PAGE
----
We wouldn't be surprised if WD's next-generation VelociRaptor hard drive, when it eventually appears, is an HHD. Until better algorithms and OS support are both in place, however, it may make good sense for the established HDD manufacturers to primarily focus on their traditional mobile/desktop/enterprise products. Further advances in solid state technology may eventually combine the price of spinning media and the performance of SSDs, but it's not going to happen anytime soon. 
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coolice replied on Mon, Jan 24 2011 9:11 AM

I Sitll dont know whats the reason for buying a hybrid drive. I mean sure its a tad bit faster... But, and this is perhaps i'm still a poor ol' student, why would i spend 120$ on a 1tb hhd if i can get a 1tb regular hdd for as little as 50$ now.

Perhaps its just me, but i still prefer a smaller seperate hard drive for my desktop. A nice 40 - 120gb hdd solely for THE OS, a 250 - 500 gb for apps and such, and finally 1-2tb for data and back ups

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rapid1 replied on Mon, Jan 24 2011 12:00 PM

Yes; that is how I run my system as well well at least in partitions. The 64Gb SSD is the OS drive, and I have two 750Gb Hhd's split up into 2 Vd's , a Backup, Media, and Program's partition. Of course the biggest thing is the 2 750Gb (WD black 750, and a Samsung Spinpoint 750 drive cost me under $100), where as at the time I got the SSD it was roughly the same price or slightly more.

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3vi1 replied on Mon, Jan 24 2011 12:22 PM

Ditto to what you guys said.

Hybrid drives may provide a benefit for low-end single drive systems, but low end systems tend to emphasize price over performance, so I don't see the market for these.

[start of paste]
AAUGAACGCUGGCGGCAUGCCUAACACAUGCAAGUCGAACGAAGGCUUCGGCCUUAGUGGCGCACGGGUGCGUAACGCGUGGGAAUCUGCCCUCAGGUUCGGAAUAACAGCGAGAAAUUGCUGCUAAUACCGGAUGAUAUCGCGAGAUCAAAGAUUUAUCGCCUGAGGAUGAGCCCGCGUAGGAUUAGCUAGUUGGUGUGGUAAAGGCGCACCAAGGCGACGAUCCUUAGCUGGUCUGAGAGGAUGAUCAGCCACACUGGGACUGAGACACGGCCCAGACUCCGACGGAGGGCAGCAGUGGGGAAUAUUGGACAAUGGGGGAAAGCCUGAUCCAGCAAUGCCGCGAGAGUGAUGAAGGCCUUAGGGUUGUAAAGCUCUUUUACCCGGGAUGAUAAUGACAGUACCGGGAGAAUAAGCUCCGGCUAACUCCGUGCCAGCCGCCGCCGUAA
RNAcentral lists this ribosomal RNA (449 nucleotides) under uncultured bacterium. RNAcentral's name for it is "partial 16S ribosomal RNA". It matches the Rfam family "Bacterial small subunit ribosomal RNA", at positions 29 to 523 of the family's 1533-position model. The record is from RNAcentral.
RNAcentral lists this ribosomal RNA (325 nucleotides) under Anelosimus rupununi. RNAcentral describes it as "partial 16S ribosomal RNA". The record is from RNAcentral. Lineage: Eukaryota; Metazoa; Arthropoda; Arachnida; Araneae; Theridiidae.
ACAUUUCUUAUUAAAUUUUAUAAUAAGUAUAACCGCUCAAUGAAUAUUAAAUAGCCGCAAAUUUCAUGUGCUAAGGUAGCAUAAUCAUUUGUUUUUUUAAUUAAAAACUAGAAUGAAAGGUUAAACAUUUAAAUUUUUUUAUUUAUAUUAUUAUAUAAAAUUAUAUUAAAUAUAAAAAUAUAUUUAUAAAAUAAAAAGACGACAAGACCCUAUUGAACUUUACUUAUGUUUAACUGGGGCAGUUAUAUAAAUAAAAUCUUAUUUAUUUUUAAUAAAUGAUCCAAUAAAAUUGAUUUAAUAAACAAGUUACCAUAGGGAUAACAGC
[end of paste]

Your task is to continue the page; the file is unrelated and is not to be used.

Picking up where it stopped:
I'm much happier with two separate drives - SSD for mostly static "write once, read many" files, and a standard HDD for the stuff that constantly churns.

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Joel H replied on Mon, Jan 24 2011 12:26 PM

Like SSDs, HDDs are most promising in mobile devices. Since most laptops don't include dual hard-drive bays, a hybrid drive could offer some of an SSD's performance and significantly more storage space.

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JKing replied on Mon, Jan 24 2011 8:55 PM

Just buy a Vertex 2, you will never want to use a normal hard drive again.

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Joel H replied on Tue, Jan 25 2011 4:49 PM

Except when you need storage space. :P My current rig has ~5.4TB of HDD space and it's ~50% full. I can see an argument for moving most of it to externals that are only powered up when needed but there's no way I could pare down enough to fit work+entertainment on a 120GB drive. 256GB+ SSD's are still far out of my price range.

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realneil replied on Tue, Jan 25 2011 7:39 PM

I have a Seagate 500GB Hybrid in my Dell Laptop and it works great. It boots faster with that drive in there and it's performance seems to be quicker too.